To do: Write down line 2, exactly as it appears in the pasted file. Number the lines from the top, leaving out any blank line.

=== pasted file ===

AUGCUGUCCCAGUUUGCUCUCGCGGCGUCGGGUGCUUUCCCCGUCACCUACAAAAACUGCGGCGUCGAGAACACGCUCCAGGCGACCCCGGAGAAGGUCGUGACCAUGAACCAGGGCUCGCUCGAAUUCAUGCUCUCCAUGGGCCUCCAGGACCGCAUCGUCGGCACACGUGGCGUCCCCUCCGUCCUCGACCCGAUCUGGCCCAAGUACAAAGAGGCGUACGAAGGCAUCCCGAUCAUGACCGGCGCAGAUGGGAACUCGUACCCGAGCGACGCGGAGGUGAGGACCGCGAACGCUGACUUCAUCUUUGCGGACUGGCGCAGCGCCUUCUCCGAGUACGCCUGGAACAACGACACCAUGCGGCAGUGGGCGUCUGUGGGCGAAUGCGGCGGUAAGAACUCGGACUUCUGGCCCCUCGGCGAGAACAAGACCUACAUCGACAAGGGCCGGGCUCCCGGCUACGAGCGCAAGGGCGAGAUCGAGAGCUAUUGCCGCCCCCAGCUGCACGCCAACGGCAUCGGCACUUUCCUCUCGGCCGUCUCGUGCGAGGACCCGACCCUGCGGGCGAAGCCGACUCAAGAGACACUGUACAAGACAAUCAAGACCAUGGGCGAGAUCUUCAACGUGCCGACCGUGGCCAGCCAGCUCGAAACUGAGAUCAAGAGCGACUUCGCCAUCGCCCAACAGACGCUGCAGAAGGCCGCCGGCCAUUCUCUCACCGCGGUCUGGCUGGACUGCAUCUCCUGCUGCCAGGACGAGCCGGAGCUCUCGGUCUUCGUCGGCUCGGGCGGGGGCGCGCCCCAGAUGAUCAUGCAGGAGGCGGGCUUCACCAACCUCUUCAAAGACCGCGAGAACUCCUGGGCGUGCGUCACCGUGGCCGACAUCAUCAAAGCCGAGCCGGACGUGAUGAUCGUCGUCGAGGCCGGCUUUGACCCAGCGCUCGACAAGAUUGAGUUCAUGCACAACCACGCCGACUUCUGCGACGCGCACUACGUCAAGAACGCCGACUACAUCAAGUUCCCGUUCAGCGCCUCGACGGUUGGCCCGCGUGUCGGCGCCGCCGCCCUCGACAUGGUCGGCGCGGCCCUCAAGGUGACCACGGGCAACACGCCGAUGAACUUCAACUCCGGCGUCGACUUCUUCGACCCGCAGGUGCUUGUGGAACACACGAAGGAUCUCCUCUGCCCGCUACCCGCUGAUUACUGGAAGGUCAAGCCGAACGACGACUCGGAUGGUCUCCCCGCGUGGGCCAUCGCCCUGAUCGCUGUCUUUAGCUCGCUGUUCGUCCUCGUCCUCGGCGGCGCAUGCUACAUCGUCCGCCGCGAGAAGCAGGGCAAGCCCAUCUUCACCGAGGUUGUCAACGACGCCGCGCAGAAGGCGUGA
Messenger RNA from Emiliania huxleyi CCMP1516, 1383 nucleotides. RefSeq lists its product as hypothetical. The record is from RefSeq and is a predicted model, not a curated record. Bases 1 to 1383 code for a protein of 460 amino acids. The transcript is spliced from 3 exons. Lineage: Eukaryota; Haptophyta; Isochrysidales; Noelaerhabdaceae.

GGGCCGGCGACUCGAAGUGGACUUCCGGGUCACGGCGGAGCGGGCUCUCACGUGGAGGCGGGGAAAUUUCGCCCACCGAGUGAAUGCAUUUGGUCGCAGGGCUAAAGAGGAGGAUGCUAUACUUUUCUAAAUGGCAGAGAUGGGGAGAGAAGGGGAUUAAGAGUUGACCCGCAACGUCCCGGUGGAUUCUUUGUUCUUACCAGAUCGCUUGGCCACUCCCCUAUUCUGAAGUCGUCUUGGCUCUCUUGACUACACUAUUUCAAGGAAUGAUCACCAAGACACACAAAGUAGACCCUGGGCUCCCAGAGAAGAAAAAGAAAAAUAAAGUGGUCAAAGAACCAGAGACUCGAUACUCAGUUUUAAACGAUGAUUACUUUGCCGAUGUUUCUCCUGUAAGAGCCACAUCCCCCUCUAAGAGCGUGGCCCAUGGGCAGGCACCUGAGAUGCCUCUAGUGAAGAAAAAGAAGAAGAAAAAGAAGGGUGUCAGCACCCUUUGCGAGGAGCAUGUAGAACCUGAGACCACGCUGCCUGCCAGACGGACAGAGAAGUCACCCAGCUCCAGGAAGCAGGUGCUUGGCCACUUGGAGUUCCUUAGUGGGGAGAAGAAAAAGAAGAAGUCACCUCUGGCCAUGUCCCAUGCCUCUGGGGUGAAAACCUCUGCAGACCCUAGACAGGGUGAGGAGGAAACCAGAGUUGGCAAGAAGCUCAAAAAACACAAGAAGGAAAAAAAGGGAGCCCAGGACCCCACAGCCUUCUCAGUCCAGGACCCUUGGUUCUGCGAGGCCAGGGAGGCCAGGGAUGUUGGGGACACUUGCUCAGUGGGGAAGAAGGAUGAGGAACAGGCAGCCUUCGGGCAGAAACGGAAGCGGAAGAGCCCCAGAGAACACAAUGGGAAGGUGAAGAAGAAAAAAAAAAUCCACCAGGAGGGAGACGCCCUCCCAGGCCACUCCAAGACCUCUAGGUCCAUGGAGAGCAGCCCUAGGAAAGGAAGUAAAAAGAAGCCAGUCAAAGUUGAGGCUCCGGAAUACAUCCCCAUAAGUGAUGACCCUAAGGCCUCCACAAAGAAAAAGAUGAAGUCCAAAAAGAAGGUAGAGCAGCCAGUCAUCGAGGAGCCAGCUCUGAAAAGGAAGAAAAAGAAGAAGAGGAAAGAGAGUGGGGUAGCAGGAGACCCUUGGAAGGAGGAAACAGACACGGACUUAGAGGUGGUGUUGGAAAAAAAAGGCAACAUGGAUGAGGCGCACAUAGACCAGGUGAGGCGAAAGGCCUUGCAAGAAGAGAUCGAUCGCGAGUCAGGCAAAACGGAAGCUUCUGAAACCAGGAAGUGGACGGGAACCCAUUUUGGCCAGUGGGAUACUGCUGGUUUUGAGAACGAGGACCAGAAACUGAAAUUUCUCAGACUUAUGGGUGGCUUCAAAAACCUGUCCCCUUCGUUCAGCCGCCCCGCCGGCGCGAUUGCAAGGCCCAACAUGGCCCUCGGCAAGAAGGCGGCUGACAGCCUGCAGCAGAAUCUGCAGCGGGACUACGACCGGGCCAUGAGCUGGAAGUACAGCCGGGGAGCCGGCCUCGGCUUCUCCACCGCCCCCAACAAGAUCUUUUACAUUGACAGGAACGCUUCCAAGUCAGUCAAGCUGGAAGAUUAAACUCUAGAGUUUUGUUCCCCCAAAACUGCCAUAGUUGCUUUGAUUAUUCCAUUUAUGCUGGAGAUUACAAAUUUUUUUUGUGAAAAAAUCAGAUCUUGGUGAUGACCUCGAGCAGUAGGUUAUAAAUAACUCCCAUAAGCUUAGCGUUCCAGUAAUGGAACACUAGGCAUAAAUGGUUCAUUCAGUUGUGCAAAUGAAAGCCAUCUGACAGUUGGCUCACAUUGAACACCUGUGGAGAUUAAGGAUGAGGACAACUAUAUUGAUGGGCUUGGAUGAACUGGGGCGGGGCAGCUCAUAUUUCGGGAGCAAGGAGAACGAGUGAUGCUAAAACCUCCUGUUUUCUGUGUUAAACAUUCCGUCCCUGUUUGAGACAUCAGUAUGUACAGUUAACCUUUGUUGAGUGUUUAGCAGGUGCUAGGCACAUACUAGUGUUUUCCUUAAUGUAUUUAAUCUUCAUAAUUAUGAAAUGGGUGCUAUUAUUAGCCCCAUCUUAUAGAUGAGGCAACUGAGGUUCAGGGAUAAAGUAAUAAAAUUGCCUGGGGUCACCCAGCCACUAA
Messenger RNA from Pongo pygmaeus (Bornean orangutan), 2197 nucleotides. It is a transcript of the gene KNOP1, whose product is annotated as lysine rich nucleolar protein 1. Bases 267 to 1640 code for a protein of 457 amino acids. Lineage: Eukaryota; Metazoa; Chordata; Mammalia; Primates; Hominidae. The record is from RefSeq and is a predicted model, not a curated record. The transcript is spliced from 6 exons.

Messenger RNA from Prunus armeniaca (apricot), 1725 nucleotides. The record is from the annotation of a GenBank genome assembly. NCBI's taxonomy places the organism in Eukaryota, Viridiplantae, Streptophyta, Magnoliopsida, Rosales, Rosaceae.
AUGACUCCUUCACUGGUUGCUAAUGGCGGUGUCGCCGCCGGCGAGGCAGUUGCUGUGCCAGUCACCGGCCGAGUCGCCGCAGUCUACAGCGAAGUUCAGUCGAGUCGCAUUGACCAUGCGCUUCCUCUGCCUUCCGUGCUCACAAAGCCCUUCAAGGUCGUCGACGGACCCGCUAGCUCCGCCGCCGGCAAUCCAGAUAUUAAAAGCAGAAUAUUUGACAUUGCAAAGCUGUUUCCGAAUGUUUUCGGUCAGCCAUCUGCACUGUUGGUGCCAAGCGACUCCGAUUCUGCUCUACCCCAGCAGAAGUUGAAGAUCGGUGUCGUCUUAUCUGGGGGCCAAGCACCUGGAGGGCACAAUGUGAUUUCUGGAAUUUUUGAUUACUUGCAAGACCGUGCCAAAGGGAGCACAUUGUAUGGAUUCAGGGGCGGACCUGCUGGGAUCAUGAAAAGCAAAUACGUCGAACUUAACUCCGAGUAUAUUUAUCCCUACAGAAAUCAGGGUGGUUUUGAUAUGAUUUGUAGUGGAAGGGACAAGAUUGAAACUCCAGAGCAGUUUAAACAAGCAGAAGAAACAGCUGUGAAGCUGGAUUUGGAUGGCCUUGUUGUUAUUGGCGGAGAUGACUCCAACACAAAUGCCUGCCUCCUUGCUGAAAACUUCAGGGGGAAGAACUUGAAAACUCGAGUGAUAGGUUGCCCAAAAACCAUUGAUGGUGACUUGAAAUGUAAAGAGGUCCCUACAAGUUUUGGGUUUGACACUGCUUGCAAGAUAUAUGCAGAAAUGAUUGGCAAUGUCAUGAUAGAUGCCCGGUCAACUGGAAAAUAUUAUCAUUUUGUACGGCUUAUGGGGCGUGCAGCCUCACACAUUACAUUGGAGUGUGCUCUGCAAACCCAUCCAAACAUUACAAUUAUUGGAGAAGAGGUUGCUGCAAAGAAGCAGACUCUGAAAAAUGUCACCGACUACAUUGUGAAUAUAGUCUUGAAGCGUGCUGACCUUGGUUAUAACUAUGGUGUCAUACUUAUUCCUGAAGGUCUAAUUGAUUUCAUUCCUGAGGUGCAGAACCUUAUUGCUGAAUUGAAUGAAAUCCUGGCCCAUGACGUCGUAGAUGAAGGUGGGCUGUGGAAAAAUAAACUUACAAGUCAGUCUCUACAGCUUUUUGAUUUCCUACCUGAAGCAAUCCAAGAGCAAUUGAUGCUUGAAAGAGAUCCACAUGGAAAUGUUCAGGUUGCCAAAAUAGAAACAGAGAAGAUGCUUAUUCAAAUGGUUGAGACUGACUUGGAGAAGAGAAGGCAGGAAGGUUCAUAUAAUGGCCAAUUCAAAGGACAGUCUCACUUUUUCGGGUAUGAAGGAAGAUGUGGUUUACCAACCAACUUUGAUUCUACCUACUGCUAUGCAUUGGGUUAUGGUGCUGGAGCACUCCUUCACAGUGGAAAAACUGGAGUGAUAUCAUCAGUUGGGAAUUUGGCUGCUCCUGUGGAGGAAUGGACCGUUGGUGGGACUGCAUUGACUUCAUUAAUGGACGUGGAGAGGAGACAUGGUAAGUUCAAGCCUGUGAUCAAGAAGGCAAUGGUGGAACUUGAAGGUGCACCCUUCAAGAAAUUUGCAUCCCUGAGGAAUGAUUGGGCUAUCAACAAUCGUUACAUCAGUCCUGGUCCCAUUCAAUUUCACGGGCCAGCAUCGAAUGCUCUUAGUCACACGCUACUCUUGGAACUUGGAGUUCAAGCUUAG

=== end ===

Messenger RNA from Emiliania huxleyi CCMP1516, 1383 nucleotides. RefSeq lists its product as hypothetical. The record is from RefSeq and is a predicted model, not a curated record. Bases 1 to 1383 code for a protein of 460 amino acids. The transcript is spliced from 3 exons. Lineage: Eukaryota; Haptophyta; Isochrysidales; Noelaerhabdaceae.